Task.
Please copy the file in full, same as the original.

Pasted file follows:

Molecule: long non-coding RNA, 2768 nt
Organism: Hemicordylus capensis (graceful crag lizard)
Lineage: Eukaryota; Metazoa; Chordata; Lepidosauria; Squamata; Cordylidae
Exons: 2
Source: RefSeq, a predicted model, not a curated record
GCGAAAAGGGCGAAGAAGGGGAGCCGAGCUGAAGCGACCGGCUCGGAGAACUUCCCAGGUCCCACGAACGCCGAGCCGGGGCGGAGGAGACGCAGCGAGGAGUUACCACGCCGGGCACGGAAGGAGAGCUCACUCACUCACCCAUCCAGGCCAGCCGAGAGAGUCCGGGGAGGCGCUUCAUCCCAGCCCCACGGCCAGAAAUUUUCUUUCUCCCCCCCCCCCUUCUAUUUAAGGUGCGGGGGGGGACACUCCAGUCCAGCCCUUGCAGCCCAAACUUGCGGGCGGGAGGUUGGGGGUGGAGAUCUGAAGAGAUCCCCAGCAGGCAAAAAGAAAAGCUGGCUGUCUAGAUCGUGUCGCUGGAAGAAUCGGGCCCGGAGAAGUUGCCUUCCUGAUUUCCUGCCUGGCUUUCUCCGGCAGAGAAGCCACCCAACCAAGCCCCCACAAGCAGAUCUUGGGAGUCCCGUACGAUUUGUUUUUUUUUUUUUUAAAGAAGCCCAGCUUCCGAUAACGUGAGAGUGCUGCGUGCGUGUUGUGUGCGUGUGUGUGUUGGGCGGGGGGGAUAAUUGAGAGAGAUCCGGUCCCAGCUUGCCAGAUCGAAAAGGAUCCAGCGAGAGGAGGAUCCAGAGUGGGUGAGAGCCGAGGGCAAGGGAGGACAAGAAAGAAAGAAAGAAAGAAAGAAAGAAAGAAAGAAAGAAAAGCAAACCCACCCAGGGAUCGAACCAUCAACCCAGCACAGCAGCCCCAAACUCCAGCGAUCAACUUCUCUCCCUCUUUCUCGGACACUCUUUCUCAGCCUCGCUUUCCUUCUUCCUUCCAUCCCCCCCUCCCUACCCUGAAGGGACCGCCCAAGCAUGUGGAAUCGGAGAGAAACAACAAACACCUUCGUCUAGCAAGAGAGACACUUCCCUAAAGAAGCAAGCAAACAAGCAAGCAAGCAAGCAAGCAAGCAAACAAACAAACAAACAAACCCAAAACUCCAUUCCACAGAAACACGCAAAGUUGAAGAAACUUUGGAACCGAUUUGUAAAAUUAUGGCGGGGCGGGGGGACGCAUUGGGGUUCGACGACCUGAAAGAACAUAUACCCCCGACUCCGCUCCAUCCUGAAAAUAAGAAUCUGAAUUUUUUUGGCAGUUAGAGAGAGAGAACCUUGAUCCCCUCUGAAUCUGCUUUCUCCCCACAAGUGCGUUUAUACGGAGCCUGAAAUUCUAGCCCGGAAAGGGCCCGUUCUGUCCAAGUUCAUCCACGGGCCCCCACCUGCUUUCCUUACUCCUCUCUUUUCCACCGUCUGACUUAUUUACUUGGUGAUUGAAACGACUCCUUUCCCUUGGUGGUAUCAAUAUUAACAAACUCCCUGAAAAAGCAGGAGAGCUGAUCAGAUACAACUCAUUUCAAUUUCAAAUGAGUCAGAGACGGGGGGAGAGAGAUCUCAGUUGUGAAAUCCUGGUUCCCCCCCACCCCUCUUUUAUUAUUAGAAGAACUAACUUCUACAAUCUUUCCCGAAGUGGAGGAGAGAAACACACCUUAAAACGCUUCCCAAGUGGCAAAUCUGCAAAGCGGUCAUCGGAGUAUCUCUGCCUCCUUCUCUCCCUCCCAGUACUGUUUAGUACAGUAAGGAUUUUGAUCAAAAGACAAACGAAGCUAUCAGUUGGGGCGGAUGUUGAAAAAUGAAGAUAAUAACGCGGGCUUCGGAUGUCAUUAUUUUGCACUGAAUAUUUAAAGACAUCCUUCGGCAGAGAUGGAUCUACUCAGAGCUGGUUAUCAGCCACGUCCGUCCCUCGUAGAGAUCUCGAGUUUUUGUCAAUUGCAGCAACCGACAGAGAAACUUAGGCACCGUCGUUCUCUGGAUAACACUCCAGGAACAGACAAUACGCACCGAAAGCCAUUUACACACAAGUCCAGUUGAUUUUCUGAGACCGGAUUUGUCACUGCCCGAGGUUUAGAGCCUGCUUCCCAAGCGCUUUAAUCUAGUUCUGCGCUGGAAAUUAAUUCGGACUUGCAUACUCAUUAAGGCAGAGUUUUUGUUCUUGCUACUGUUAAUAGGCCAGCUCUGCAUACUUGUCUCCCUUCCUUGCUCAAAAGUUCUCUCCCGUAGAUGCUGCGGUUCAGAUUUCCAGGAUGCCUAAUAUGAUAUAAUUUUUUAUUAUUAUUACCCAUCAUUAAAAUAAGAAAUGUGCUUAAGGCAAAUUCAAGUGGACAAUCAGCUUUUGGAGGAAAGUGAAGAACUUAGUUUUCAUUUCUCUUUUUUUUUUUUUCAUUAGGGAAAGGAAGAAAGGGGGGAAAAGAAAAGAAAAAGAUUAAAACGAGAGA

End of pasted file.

Molecule: long non-coding RNA, 2768 nt
Organism: Hemicordylus capensis (graceful crag lizard)
Lineage: Eukaryota; Metazoa; Chordata; Lepidosauria; Squamata; Cordylidae
Exons: 2
Source: RefSeq, a predicted model, not a curated record
GCGAAAAGGGCGAAGAAGGGGAGCCGAGCUGAAGCGACCGGCUCGGAGAACUUCCCAGGUCCCACGAACGCCGAGCCGGGGCGGAGGAGACGCAGCGAGGAGUUACCACGCCGGGCACGGAAGGAGAGCUCACUCACUCACCCAUCCAGGCCAGCCGAGAGAGUCCGGGGAGGCGCUUCAUCCCAGCCCCACGGCCAGAAAUUUUCUUUCUCCCCCCCCCCCUUCUAUUUAAGGUGCGGGGGGGGACACUCCAGUCCAGCCCUUGCAGCCCAAACUUGCGGGCGGGAGGUUGGGGGUGGAGAUCUGAAGAGAUCCCCAGCAGGCAAAAAGAAAAGCUGGCUGUCUAGAUCGUGUCGCUGGAAGAAUCGGGCCCGGAGAAGUUGCCUUCCUGAUUUCCUGCCUGGCUUUCUCCGGCAGAGAAGCCACCCAACCAAGCCCCCACAAGCAGAUCUUGGGAGUCCCGUACGAUUUGUUUUUUUUUUUUUUAAAGAAGCCCAGCUUCCGAUAACGUGAGAGUGCUGCGUGCGUGUUGUGUGCGUGUGUGUGUUGGGCGGGGGGGAUAAUUGAGAGAGAUCCGGUCCCAGCUUGCCAGAUCGAAAAGGAUCCAGCGAGAGGAGGAUCCAGAGUGGGUGAGAGCCGAGGGCAAGGGAGGACAAGAAAGAAAGAAAGAAAGAAAGAAAGAAAGAAAGAAAGAAAAGCAAACCCACCCAGGGAUCGAACCAUCAACCCAGCACAGCAGCCCCAAACUCCAGCGAUCAACUUCUCUCCCUCUUUCUCGGACACUCUUUCUCAGCCUCGCUUUCCUUCUUCCUUCCAUCCCCCCCUCCCUACCCUGAAGGGACCGCCCAAGCAUGUGGAAUCGGAGAGAAACAACAAACACCUUCGUCUAGCAAGAGAGACACUUCCCUAAAGAAGCAAGCAAACAAGCAAGCAAGCAAGCAAGCAAGCAAACAAACAAACAAACAAACCCAAAACUCCAUUCCACAGAAACACGCAAAGUUGAAGAAACUUUGGAACCGAUUUGUAAAAUUAUGGCGGGGCGGGGGGACGCAUUGGGGUUCGACGACCUGAAAGAACAUAUACCCCCGACUCCGCUCCAUCCUGAAAAUAAGAAUCUGAAUUUUUUUGGCAGUUAGAGAGAGAGAACCUUGAUCCCCUCUGAAUCUGCUUUCUCCCCACAAGUGCGUUUAUACGGAGCCUGAAAUUCUAGCCCGGAAAGGGCCCGUUCUGUCCAAGUUCAUCCACGGGCCCCCACCUGCUUUCCUUACUCCUCUCUUUUCCACCGUCUGACUUAUUUACUUGGUGAUUGAAACGACUCCUUUCCCUUGGUGGUAUCAAUAUUAACAAACUCCCUGAAAAAGCAGGAGAGCUGAUCAGAUACAACUCAUUUCAAUUUCAAAUGAGUCAGAGACGGGGGGAGAGAGAUCUCAGUUGUGAAAUCCUGGUUCCCCCCCACCCCUCUUUUAUUAUUAGAAGAACUAACUUCUACAAUCUUUCCCGAAGUGGAGGAGAGAAACACACCUUAAAACGCUUCCCAAGUGGCAAAUCUGCAAAGCGGUCAUCGGAGUAUCUCUGCCUCCUUCUCUCCCUCCCAGUACUGUUUAGUACAGUAAGGAUUUUGAUCAAAAGACAAACGAAGCUAUCAGUUGGGGCGGAUGUUGAAAAAUGAAGAUAAUAACGCGGGCUUCGGAUGUCAUUAUUUUGCACUGAAUAUUUAAAGACAUCCUUCGGCAGAGAUGGAUCUACUCAGAGCUGGUUAUCAGCCACGUCCGUCCCUCGUAGAGAUCUCGAGUUUUUGUCAAUUGCAGCAACCGACAGAGAAACUUAGGCACCGUCGUUCUCUGGAUAACACUCCAGGAACAGACAAUACGCACCGAAAGCCAUUUACACACAAGUCCAGUUGAUUUUCUGAGACCGGAUUUGUCACUGCCCGAGGUUUAGAGCCUGCUUCCCAAGCGCUUUAAUCUAGUUCUGCGCUGGAAAUUAAUUCGGACUUGCAUACUCAUUAAGGCAGAGUUUUUGUUCUUGCUACUGUUAAUAGGCCAGCUCUGCAUACUUGUCUCCCUUCCUUGCUCAAAAGUUCUCUCCCGUAGAUGCUGCGGUUCAGAUUUCCAGGAUGCCUAAUAUGAUAUAAUUUUUUAUUAUUAUUACCCAUCAUUAAAAUAAGAAAUGUGCUUAAGGCAAAUUCAAGUGGACAAUCAGCUUUUGGAGGAAAGUGAAGAACUUAGUUUUCAUUUCUCUUUUUUUUUUUUUCAUUAGGGAAAGGAAGAAAGGGGGGAAAAGAAAAGAAAAAGAUUAAAACGAGAGA